Battle of Mosul: Watch LIVE streaming of Iraqi forces taking on Islamic State

Mosul LIVE: Watch LIVE streaming of Iraqi forces taking on Islamic State

By: Express Web Desk | New Delhi | Published:October 18, 2016 4:48 pm
Iraqi forces are deployed during an offensive to retake Mosul from Islamic State militants outside Mosul, Iraq, Monday, Oct. 17, 2016. Columns of Iraqi and Kurdish forces backed by U.S.-led airstrikes slowly advanced on Mosul from several directions on Monday, launching a long-awaited operation to retake Iraq's second largest city from the Islamic State group. (AP Photo/Khalid Mohammed) Iraqi forces are deployed during an offensive to retake Mosul from Islamic State militants outside Mosul, Iraq, Monday, Oct. 17, 2016. (AP Photo/Khalid Mohammed)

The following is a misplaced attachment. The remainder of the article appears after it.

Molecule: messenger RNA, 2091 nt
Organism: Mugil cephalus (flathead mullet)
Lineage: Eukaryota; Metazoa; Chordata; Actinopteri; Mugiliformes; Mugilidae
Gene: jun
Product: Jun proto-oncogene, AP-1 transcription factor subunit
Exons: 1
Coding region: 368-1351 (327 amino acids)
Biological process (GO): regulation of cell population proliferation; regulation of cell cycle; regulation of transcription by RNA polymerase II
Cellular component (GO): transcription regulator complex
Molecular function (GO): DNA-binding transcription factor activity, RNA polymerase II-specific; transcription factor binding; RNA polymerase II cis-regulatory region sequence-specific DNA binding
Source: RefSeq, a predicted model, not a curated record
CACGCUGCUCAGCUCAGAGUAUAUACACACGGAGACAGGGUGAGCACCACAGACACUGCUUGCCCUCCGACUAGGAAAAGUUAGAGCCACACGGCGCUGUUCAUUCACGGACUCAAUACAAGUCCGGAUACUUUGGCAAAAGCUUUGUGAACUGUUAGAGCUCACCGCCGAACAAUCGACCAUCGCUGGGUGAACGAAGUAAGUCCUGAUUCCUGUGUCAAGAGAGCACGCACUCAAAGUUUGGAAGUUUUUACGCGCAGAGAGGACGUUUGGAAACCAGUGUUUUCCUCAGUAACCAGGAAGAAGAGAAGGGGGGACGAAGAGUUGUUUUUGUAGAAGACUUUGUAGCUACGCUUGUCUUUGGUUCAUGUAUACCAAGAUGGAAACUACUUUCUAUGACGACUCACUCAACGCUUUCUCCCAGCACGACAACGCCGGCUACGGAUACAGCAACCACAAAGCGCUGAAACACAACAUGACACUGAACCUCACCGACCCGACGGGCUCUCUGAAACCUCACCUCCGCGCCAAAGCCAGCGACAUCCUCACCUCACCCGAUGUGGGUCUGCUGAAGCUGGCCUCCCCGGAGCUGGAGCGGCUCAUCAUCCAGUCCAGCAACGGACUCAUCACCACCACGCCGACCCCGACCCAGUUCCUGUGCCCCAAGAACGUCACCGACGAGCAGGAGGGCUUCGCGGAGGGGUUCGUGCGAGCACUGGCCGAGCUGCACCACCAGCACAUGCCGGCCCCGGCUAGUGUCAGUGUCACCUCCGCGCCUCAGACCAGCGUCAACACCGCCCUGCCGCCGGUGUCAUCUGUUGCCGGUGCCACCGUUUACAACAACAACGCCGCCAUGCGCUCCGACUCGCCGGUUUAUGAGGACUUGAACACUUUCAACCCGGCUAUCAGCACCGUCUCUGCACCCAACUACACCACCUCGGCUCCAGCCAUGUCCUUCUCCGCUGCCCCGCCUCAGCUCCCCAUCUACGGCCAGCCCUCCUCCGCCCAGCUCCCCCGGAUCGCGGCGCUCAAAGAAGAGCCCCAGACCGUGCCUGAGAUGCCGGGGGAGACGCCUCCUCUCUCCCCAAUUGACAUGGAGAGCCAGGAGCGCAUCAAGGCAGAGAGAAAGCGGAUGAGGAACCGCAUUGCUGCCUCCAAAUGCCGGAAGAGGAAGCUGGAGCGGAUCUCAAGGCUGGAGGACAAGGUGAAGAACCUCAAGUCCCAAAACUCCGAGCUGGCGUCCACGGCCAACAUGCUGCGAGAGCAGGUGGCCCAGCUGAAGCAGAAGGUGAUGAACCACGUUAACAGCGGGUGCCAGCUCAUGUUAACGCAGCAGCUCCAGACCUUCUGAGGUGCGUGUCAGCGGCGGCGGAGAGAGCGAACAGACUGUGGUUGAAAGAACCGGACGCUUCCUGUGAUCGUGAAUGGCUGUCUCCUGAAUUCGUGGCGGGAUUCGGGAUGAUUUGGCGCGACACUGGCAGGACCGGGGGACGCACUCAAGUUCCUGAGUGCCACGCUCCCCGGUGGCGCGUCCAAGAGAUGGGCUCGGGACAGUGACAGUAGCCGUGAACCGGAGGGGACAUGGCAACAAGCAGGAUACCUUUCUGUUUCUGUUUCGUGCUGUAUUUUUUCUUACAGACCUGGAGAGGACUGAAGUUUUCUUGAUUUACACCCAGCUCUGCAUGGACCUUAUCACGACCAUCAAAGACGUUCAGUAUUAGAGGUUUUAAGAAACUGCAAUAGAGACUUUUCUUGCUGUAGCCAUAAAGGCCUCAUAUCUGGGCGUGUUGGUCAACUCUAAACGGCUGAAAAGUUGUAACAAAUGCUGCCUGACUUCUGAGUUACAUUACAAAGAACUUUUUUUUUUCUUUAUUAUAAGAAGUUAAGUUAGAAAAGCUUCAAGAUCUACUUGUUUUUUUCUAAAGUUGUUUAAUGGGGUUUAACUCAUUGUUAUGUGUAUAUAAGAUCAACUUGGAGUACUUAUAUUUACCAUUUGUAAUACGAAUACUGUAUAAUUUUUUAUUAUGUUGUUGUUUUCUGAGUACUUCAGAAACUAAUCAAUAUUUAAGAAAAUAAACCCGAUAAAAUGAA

Iraqi government and Kurdish forces, backed by US-led coalition launched coordinated military operations early on Monday as the long-awaited fight to wrest the northern city of Mosul from Islamic State fighters got underway. Iraq Prime Minister Haider al-Abadi announced the start of the operations on state television, launching the country on its toughest battle since American troops left the country nearly five years ago.

The push to retake Mosul will be the biggest military operation in Iraq since American troops left in 2011 and, if successful, the strongest blow yet to the Islamic State. With the support of Iran and a US-led coalition, Iraqi forces have since regained much of the ground lost to IS and Mosul is the extremist group’s last major stronghold in Iraq.

The broadcast of the operations is being streamed on Youtube page. You can catch the live stream and updates on the operation here:

Watch LIVE | Operation to seize Iraqi city of Mosul gets underway

While US is supporting the operations in Iraq, the United Nations have expressed their concern for the the extent of possible collateral damage in the battle. US officials acknowledge gaps and risks in the plan for Mosul, amid worries that defeat of Islamic State in its de facto Iraqi capital could give way to sectarian score-settling and land grabs in the country’s ethnically mixed north.